This report delivers about The apex court hearing on the appeal of Oil and Natural Gas Corporation (ONGC) v. Remi Metal Gujarat Ltd (Remi Metals), arising out of SLP (C) No. 19203 of 2012.
The brief facts were that a global tender was floated by the ONGC for the purchase of an aggregate quantity of 3,93,297 metres of seamless steel casing pipes. Remi Metals was a successful bidder. It claims that it had bid to supply pipes as a supplier on behalf of Volski Tube Mills, Russia. Thereafter, they entered into a contract with liquidated damages stipulated. During the execution there were certain delays in the delivery due to strike and other reasons, various extensions were given by the ONGC to fulfil their obligations, yet ONGC deducted the liquidated damages. The arbitral tribunal framed 17 issues in the following case, there were 7 main issues answered by the Supreme court.
1. Was a time the essence of the Agreement to make supplies under the purchase orders and was the delivery date to be reckoned from the date of the supply order?
2. Was ONGC justified in recovering liquidated damages of US $8,07,804.03 and Rs.1,05,367/-?
3. Is the Claimant entitled to refund of any part of the amount recovered by ONGC as liquidated damages?
4. Was the Claimant entitled to an extension of delivery dates without levy of liquidated damages on account of force majeure condition as stated in paragraphs 12.D.3 and 12.D.4 of the Statement of Claim?
5. Was ONGC entitled to impose liquidated damages based on the entire value of the Purchase Orders?
6. Is the Claimant entitled to the US $2,44,121.03 and ₹5,76,244.21 as interest on delayed payment as in exhibit ‘H’ to the Statement of Claim?
7. Whether the Claimant is entitled to any interest? If so, at what rate and for what period?
The apex court upheld the judgment of the arbitral tribunal, that merely having an explicit clause is not sufficient to make time the essence of the contract. As the whole terms and conditions of the contract are to be considered not just an explicit clause that speaks about the extensions and liquidated damages.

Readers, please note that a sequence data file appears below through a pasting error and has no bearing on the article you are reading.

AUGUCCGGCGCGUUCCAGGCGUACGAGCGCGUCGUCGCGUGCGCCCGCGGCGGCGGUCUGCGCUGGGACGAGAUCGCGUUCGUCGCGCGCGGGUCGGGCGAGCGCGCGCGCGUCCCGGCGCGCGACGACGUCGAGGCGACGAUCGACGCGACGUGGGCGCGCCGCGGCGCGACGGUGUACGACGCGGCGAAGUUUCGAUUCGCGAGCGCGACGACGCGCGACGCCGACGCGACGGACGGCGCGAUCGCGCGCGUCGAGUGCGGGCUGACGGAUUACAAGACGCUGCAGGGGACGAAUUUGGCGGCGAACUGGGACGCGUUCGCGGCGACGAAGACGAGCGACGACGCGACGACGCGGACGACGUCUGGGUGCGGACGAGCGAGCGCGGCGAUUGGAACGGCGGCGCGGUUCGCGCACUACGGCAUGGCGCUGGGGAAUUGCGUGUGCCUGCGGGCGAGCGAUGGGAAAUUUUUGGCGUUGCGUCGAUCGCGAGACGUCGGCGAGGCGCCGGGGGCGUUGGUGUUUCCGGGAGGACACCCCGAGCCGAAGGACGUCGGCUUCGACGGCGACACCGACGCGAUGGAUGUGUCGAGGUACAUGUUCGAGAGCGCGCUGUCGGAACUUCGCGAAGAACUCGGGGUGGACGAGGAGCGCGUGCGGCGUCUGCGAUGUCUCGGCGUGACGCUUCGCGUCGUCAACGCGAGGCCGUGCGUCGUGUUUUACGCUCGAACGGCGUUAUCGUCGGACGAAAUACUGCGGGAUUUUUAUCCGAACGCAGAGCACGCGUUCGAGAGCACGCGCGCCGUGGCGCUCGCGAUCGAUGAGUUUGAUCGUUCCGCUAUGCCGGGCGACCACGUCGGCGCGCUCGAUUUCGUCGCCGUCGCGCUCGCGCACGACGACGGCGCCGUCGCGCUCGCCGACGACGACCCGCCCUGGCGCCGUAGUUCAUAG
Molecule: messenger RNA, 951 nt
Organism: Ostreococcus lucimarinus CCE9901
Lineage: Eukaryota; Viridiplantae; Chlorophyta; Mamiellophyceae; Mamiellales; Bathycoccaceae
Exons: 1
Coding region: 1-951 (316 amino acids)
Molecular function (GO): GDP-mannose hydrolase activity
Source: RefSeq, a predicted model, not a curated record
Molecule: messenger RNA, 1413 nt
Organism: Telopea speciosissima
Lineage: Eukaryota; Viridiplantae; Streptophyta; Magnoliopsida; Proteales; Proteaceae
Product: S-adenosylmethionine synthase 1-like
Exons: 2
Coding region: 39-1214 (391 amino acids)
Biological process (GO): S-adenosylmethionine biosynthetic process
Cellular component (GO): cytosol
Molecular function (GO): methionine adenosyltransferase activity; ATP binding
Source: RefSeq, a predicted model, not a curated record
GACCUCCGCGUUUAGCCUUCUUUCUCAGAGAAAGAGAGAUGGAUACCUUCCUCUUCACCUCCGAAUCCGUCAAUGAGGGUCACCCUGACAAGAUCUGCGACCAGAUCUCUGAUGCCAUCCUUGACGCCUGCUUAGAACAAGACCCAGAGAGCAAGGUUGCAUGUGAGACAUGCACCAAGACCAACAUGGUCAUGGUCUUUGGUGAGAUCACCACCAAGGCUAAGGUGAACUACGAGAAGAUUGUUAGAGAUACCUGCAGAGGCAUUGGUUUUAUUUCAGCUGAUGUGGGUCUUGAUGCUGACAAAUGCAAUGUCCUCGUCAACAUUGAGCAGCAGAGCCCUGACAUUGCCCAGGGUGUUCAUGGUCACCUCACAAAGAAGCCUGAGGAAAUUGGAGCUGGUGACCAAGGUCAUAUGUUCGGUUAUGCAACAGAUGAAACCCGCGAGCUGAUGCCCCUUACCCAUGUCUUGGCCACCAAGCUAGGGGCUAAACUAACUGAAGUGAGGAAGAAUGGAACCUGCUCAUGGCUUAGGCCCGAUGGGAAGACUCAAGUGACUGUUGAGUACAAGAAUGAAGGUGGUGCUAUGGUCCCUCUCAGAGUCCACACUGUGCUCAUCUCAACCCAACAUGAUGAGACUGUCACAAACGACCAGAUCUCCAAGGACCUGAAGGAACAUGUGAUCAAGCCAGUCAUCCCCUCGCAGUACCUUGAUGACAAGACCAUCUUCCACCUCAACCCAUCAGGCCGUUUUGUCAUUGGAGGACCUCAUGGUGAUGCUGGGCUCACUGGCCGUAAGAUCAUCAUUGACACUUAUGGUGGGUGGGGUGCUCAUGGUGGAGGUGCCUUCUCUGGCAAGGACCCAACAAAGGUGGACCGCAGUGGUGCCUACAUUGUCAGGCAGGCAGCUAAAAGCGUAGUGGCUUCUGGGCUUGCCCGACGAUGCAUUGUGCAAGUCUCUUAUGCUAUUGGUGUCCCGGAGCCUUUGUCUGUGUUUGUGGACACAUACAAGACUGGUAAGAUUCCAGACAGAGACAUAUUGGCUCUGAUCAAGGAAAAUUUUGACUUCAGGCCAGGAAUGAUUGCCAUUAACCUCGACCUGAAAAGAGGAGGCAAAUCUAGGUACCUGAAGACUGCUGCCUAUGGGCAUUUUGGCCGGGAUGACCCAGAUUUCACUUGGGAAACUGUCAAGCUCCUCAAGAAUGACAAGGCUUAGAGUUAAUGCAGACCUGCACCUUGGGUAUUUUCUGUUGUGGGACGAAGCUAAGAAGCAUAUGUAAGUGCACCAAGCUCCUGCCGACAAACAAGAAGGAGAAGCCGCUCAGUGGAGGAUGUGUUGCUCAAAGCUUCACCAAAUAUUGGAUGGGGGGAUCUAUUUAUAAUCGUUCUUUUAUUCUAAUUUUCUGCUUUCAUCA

Time was not the essence of the contract as a contract provided for extensions and waived liquidated damages twice. Generally, in construction contracts, time is not the essence of the contract and It was also held that ONGC would not be entitled to claim any damage for losses incurred during the extended period of delivery where liquidated damages were expressly waived. Hence, liquidated damages cannot be granted, but the actual loss awarded to the ONGC is considered valid and a valid interpretation.
The claimant is entitled to refund the amount deducted as liquidated damages ( US $8,07,804.03 and Rs.1,05,367/-)
The honorable Court extensively discussed the court’s jurisdiction to set aside an award under Section 34 of the Arbitration and Conciliation of 1996 and the various grounds on which interference was permissible.
And concerning issues 4 to 7, the Supreme court upheld the arbitral tribunal’s decision, also decided claimant gets the amount deducted as liquidated damages (it shall be returned). The court mentioned that when the terms and conditions are clear, precise the contract is thereby identified and enforceable under law. It is at the desire of the parties of whether they are stipulating the damages ( liquidated), terms of the contract about the breach under section 73,74 of the Indian Contract Act of 1872 respectively.
What is section 55 in the Indian Contract Act?
When a party to a contract promises to do a certain thing at or before a specified time, or certain things at or before the specified time, the contract, or so much of it as has not been performed, becomes voidable at the option of the promisee, if the parties intended that the time should be of the essence of the contracts.
Here, the essence of the contract is identified only when there is the time specified, and for a series of transactions under a contract (where the party agrees to send the subject matter of the contract for a certain period) the conditions get diluted and hence the essence of the contract is not time. The apex court thereby dismissed the orders of the district court and High court and upheld the view of the arbitral tribunal.